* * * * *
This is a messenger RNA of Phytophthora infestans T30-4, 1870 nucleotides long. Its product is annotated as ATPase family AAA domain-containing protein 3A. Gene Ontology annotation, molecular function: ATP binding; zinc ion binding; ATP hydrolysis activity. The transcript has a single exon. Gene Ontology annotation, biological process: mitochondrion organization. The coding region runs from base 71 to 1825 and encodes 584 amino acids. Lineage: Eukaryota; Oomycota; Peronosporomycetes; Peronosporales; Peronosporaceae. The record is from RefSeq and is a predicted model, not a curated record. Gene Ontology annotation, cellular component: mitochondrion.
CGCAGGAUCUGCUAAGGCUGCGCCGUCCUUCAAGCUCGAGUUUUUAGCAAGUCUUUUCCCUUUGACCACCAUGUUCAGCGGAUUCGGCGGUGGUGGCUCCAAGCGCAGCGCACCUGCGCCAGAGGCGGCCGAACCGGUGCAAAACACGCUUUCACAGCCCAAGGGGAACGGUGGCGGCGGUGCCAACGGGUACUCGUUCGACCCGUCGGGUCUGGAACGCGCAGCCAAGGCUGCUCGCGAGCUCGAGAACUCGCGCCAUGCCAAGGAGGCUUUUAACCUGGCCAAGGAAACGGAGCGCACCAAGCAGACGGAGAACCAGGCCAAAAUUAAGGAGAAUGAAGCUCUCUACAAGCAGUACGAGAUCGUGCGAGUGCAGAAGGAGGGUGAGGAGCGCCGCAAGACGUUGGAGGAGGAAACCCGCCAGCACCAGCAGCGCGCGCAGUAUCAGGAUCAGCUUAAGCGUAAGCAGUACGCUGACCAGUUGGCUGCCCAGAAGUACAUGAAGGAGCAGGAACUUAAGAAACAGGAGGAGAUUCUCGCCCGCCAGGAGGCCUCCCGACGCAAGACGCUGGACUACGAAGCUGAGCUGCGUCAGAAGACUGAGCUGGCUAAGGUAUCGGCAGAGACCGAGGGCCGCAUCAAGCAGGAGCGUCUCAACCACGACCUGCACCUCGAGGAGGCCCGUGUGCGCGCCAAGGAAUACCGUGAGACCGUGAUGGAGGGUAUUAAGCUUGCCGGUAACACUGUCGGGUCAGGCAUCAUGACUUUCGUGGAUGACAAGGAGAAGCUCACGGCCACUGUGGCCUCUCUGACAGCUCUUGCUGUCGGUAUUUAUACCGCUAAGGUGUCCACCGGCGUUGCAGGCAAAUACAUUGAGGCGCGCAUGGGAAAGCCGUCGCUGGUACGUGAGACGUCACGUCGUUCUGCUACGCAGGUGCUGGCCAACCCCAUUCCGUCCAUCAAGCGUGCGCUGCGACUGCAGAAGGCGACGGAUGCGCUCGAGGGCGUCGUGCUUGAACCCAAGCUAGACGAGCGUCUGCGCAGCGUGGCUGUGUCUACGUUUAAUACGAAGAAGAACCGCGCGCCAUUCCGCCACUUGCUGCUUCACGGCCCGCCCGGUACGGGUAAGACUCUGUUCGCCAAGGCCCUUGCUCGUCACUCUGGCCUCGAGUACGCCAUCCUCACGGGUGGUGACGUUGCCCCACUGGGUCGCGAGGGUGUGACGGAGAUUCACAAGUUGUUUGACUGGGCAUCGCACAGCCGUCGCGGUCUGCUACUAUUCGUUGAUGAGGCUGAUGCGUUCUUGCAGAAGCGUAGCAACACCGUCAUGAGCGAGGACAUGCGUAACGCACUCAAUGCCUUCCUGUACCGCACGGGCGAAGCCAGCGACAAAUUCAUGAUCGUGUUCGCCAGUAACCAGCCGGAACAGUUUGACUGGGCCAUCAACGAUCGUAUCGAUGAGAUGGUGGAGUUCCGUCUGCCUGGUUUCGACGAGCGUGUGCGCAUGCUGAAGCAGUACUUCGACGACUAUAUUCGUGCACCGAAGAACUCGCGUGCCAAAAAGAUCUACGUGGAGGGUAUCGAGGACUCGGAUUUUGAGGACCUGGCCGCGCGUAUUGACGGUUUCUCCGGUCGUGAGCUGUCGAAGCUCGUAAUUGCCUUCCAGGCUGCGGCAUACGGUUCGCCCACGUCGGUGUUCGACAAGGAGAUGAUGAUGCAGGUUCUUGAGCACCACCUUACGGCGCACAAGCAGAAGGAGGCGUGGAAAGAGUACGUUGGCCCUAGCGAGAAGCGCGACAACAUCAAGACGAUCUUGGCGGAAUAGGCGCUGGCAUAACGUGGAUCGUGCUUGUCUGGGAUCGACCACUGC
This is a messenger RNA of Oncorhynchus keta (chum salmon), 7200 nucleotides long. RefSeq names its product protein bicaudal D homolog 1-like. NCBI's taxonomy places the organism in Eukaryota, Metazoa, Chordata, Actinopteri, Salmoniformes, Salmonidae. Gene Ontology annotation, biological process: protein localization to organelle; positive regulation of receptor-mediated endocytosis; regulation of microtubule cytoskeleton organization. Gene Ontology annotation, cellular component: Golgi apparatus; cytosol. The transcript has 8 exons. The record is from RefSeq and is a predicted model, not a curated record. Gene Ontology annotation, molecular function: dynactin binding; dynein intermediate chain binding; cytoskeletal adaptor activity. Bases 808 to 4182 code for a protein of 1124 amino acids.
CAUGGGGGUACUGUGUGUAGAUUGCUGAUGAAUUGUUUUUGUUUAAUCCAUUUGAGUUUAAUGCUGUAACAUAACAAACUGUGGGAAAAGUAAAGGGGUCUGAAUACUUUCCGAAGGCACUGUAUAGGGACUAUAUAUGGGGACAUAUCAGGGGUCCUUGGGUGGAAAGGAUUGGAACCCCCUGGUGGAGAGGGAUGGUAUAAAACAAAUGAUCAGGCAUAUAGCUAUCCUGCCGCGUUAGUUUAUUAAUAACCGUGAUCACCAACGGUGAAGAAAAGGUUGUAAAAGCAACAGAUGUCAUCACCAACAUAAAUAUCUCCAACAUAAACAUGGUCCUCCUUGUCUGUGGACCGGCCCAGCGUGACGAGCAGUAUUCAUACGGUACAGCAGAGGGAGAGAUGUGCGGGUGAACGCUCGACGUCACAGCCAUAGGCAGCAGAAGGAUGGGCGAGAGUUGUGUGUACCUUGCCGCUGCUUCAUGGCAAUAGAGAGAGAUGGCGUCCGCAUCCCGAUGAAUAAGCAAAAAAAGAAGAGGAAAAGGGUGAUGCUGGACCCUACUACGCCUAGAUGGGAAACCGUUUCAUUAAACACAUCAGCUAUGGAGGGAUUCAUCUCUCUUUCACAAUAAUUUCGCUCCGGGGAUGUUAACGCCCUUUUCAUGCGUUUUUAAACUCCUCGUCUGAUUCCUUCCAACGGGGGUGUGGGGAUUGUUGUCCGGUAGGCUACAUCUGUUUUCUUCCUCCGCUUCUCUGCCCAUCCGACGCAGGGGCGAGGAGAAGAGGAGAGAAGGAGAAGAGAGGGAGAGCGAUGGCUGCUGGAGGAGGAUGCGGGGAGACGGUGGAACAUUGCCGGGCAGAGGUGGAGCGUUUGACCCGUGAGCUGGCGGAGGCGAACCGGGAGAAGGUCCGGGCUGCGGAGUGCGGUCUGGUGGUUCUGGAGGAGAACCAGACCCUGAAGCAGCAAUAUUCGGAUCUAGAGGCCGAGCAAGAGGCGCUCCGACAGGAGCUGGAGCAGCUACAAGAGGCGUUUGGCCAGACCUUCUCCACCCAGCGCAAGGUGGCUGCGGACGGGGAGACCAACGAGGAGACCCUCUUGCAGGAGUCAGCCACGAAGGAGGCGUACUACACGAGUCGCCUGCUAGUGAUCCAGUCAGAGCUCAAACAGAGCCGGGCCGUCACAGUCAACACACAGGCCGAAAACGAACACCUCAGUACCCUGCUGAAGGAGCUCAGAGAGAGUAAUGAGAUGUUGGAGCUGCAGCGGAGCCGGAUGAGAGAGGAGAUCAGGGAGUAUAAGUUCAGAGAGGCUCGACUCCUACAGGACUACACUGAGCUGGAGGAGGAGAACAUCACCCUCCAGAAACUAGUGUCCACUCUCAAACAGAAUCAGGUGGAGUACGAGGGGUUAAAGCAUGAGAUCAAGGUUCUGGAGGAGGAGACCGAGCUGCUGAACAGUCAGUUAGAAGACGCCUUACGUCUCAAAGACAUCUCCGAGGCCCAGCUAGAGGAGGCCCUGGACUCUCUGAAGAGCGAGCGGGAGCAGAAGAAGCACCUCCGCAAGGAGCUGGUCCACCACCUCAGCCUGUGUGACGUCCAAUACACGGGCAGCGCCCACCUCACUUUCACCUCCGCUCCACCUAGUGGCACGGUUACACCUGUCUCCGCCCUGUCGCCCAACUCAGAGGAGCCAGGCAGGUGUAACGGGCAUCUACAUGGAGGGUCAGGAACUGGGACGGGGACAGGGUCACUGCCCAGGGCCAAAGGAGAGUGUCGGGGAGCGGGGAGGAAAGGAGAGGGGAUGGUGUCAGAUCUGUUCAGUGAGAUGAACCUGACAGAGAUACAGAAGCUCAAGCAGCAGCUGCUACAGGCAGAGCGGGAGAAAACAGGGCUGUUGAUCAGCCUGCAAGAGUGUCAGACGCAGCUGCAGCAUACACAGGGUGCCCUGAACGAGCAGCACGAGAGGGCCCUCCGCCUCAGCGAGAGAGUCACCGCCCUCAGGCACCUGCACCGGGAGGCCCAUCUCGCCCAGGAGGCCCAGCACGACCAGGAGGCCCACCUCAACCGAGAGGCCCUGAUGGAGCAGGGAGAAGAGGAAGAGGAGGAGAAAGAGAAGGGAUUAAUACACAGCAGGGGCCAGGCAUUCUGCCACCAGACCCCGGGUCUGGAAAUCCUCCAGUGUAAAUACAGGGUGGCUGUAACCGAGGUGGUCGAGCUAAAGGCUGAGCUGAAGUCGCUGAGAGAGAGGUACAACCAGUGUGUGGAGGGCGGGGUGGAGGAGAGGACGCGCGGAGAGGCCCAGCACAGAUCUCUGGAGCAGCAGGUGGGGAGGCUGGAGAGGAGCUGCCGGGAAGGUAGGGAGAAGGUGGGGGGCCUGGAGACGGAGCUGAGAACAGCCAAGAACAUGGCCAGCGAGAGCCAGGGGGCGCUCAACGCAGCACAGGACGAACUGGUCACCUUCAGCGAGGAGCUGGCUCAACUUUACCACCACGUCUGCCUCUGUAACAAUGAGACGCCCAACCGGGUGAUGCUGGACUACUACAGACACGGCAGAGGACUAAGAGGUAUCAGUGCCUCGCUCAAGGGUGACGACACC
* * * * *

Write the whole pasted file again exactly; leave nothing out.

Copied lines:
This is a messenger RNA of Phytophthora infestans T30-4, 1870 nucleotides long. Its product is annotated as ATPase family AAA domain-containing protein 3A. Gene Ontology annotation, molecular function: ATP binding; zinc ion binding; ATP hydrolysis activity. The transcript has a single exon. Gene Ontology annotation, biological process: mitochondrion organization. The coding region runs from base 71 to 1825 and encodes 584 amino acids. Lineage: Eukaryota; Oomycota; Peronosporomycetes; Peronosporales; Peronosporaceae. The record is from RefSeq and is a predicted model, not a curated record. Gene Ontology annotation, cellular component: mitochondrion.
CGCAGGAUCUGCUAAGGCUGCGCCGUCCUUCAAGCUCGAGUUUUUAGCAAGUCUUUUCCCUUUGACCACCAUGUUCAGCGGAUUCGGCGGUGGUGGCUCCAAGCGCAGCGCACCUGCGCCAGAGGCGGCCGAACCGGUGCAAAACACGCUUUCACAGCCCAAGGGGAACGGUGGCGGCGGUGCCAACGGGUACUCGUUCGACCCGUCGGGUCUGGAACGCGCAGCCAAGGCUGCUCGCGAGCUCGAGAACUCGCGCCAUGCCAAGGAGGCUUUUAACCUGGCCAAGGAAACGGAGCGCACCAAGCAGACGGAGAACCAGGCCAAAAUUAAGGAGAAUGAAGCUCUCUACAAGCAGUACGAGAUCGUGCGAGUGCAGAAGGAGGGUGAGGAGCGCCGCAAGACGUUGGAGGAGGAAACCCGCCAGCACCAGCAGCGCGCGCAGUAUCAGGAUCAGCUUAAGCGUAAGCAGUACGCUGACCAGUUGGCUGCCCAGAAGUACAUGAAGGAGCAGGAACUUAAGAAACAGGAGGAGAUUCUCGCCCGCCAGGAGGCCUCCCGACGCAAGACGCUGGACUACGAAGCUGAGCUGCGUCAGAAGACUGAGCUGGCUAAGGUAUCGGCAGAGACCGAGGGCCGCAUCAAGCAGGAGCGUCUCAACCACGACCUGCACCUCGAGGAGGCCCGUGUGCGCGCCAAGGAAUACCGUGAGACCGUGAUGGAGGGUAUUAAGCUUGCCGGUAACACUGUCGGGUCAGGCAUCAUGACUUUCGUGGAUGACAAGGAGAAGCUCACGGCCACUGUGGCCUCUCUGACAGCUCUUGCUGUCGGUAUUUAUACCGCUAAGGUGUCCACCGGCGUUGCAGGCAAAUACAUUGAGGCGCGCAUGGGAAAGCCGUCGCUGGUACGUGAGACGUCACGUCGUUCUGCUACGCAGGUGCUGGCCAACCCCAUUCCGUCCAUCAAGCGUGCGCUGCGACUGCAGAAGGCGACGGAUGCGCUCGAGGGCGUCGUGCUUGAACCCAAGCUAGACGAGCGUCUGCGCAGCGUGGCUGUGUCUACGUUUAAUACGAAGAAGAACCGCGCGCCAUUCCGCCACUUGCUGCUUCACGGCCCGCCCGGUACGGGUAAGACUCUGUUCGCCAAGGCCCUUGCUCGUCACUCUGGCCUCGAGUACGCCAUCCUCACGGGUGGUGACGUUGCCCCACUGGGUCGCGAGGGUGUGACGGAGAUUCACAAGUUGUUUGACUGGGCAUCGCACAGCCGUCGCGGUCUGCUACUAUUCGUUGAUGAGGCUGAUGCGUUCUUGCAGAAGCGUAGCAACACCGUCAUGAGCGAGGACAUGCGUAACGCACUCAAUGCCUUCCUGUACCGCACGGGCGAAGCCAGCGACAAAUUCAUGAUCGUGUUCGCCAGUAACCAGCCGGAACAGUUUGACUGGGCCAUCAACGAUCGUAUCGAUGAGAUGGUGGAGUUCCGUCUGCCUGGUUUCGACGAGCGUGUGCGCAUGCUGAAGCAGUACUUCGACGACUAUAUUCGUGCACCGAAGAACUCGCGUGCCAAAAAGAUCUACGUGGAGGGUAUCGAGGACUCGGAUUUUGAGGACCUGGCCGCGCGUAUUGACGGUUUCUCCGGUCGUGAGCUGUCGAAGCUCGUAAUUGCCUUCCAGGCUGCGGCAUACGGUUCGCCCACGUCGGUGUUCGACAAGGAGAUGAUGAUGCAGGUUCUUGAGCACCACCUUACGGCGCACAAGCAGAAGGAGGCGUGGAAAGAGUACGUUGGCCCUAGCGAGAAGCGCGACAACAUCAAGACGAUCUUGGCGGAAUAGGCGCUGGCAUAACGUGGAUCGUGCUUGUCUGGGAUCGACCACUGC
This is a messenger RNA of Oncorhynchus keta (chum salmon), 7200 nucleotides long. RefSeq names its product protein bicaudal D homolog 1-like. NCBI's taxonomy places the organism in Eukaryota, Metazoa, Chordata, Actinopteri, Salmoniformes, Salmonidae. Gene Ontology annotation, biological process: protein localization to organelle; positive regulation of receptor-mediated endocytosis; regulation of microtubule cytoskeleton organization. Gene Ontology annotation, cellular component: Golgi apparatus; cytosol. The transcript has 8 exons. The record is from RefSeq and is a predicted model, not a curated record. Gene Ontology annotation, molecular function: dynactin binding; dynein intermediate chain binding; cytoskeletal adaptor activity. Bases 808 to 4182 code for a protein of 1124 amino acids.
CAUGGGGGUACUGUGUGUAGAUUGCUGAUGAAUUGUUUUUGUUUAAUCCAUUUGAGUUUAAUGCUGUAACAUAACAAACUGUGGGAAAAGUAAAGGGGUCUGAAUACUUUCCGAAGGCACUGUAUAGGGACUAUAUAUGGGGACAUAUCAGGGGUCCUUGGGUGGAAAGGAUUGGAACCCCCUGGUGGAGAGGGAUGGUAUAAAACAAAUGAUCAGGCAUAUAGCUAUCCUGCCGCGUUAGUUUAUUAAUAACCGUGAUCACCAACGGUGAAGAAAAGGUUGUAAAAGCAACAGAUGUCAUCACCAACAUAAAUAUCUCCAACAUAAACAUGGUCCUCCUUGUCUGUGGACCGGCCCAGCGUGACGAGCAGUAUUCAUACGGUACAGCAGAGGGAGAGAUGUGCGGGUGAACGCUCGACGUCACAGCCAUAGGCAGCAGAAGGAUGGGCGAGAGUUGUGUGUACCUUGCCGCUGCUUCAUGGCAAUAGAGAGAGAUGGCGUCCGCAUCCCGAUGAAUAAGCAAAAAAAGAAGAGGAAAAGGGUGAUGCUGGACCCUACUACGCCUAGAUGGGAAACCGUUUCAUUAAACACAUCAGCUAUGGAGGGAUUCAUCUCUCUUUCACAAUAAUUUCGCUCCGGGGAUGUUAACGCCCUUUUCAUGCGUUUUUAAACUCCUCGUCUGAUUCCUUCCAACGGGGGUGUGGGGAUUGUUGUCCGGUAGGCUACAUCUGUUUUCUUCCUCCGCUUCUCUGCCCAUCCGACGCAGGGGCGAGGAGAAGAGGAGAGAAGGAGAAGAGAGGGAGAGCGAUGGCUGCUGGAGGAGGAUGCGGGGAGACGGUGGAACAUUGCCGGGCAGAGGUGGAGCGUUUGACCCGUGAGCUGGCGGAGGCGAACCGGGAGAAGGUCCGGGCUGCGGAGUGCGGUCUGGUGGUUCUGGAGGAGAACCAGACCCUGAAGCAGCAAUAUUCGGAUCUAGAGGCCGAGCAAGAGGCGCUCCGACAGGAGCUGGAGCAGCUACAAGAGGCGUUUGGCCAGACCUUCUCCACCCAGCGCAAGGUGGCUGCGGACGGGGAGACCAACGAGGAGACCCUCUUGCAGGAGUCAGCCACGAAGGAGGCGUACUACACGAGUCGCCUGCUAGUGAUCCAGUCAGAGCUCAAACAGAGCCGGGCCGUCACAGUCAACACACAGGCCGAAAACGAACACCUCAGUACCCUGCUGAAGGAGCUCAGAGAGAGUAAUGAGAUGUUGGAGCUGCAGCGGAGCCGGAUGAGAGAGGAGAUCAGGGAGUAUAAGUUCAGAGAGGCUCGACUCCUACAGGACUACACUGAGCUGGAGGAGGAGAACAUCACCCUCCAGAAACUAGUGUCCACUCUCAAACAGAAUCAGGUGGAGUACGAGGGGUUAAAGCAUGAGAUCAAGGUUCUGGAGGAGGAGACCGAGCUGCUGAACAGUCAGUUAGAAGACGCCUUACGUCUCAAAGACAUCUCCGAGGCCCAGCUAGAGGAGGCCCUGGACUCUCUGAAGAGCGAGCGGGAGCAGAAGAAGCACCUCCGCAAGGAGCUGGUCCACCACCUCAGCCUGUGUGACGUCCAAUACACGGGCAGCGCCCACCUCACUUUCACCUCCGCUCCACCUAGUGGCACGGUUACACCUGUCUCCGCCCUGUCGCCCAACUCAGAGGAGCCAGGCAGGUGUAACGGGCAUCUACAUGGAGGGUCAGGAACUGGGACGGGGACAGGGUCACUGCCCAGGGCCAAAGGAGAGUGUCGGGGAGCGGGGAGGAAAGGAGAGGGGAUGGUGUCAGAUCUGUUCAGUGAGAUGAACCUGACAGAGAUACAGAAGCUCAAGCAGCAGCUGCUACAGGCAGAGCGGGAGAAAACAGGGCUGUUGAUCAGCCUGCAAGAGUGUCAGACGCAGCUGCAGCAUACACAGGGUGCCCUGAACGAGCAGCACGAGAGGGCCCUCCGCCUCAGCGAGAGAGUCACCGCCCUCAGGCACCUGCACCGGGAGGCCCAUCUCGCCCAGGAGGCCCAGCACGACCAGGAGGCCCACCUCAACCGAGAGGCCCUGAUGGAGCAGGGAGAAGAGGAAGAGGAGGAGAAAGAGAAGGGAUUAAUACACAGCAGGGGCCAGGCAUUCUGCCACCAGACCCCGGGUCUGGAAAUCCUCCAGUGUAAAUACAGGGUGGCUGUAACCGAGGUGGUCGAGCUAAAGGCUGAGCUGAAGUCGCUGAGAGAGAGGUACAACCAGUGUGUGGAGGGCGGGGUGGAGGAGAGGACGCGCGGAGAGGCCCAGCACAGAUCUCUGGAGCAGCAGGUGGGGAGGCUGGAGAGGAGCUGCCGGGAAGGUAGGGAGAAGGUGGGGGGCCUGGAGACGGAGCUGAGAACAGCCAAGAACAUGGCCAGCGAGAGCCAGGGGGCGCUCAACGCAGCACAGGACGAACUGGUCACCUUCAGCGAGGAGCUGGCUCAACUUUACCACCACGUCUGCCUCUGUAACAAUGAGACGCCCAACCGGGUGAUGCUGGACUACUACAGACACGGCAGAGGACUAAGAGGUAUCAGUGCCUCGCUCAAGGGUGACGACACC